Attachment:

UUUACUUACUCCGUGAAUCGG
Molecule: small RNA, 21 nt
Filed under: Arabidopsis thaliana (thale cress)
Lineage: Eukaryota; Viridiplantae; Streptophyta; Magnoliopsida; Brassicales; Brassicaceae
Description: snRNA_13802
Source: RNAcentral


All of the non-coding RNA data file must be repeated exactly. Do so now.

UUUACUUACUCCGUGAAUCGG
Molecule: small RNA, 21 nt
Filed under: Arabidopsis thaliana (thale cress)
Lineage: Eukaryota; Viridiplantae; Streptophyta; Magnoliopsida; Brassicales; Brassicaceae
Description: snRNA_13802
Source: RNAcentral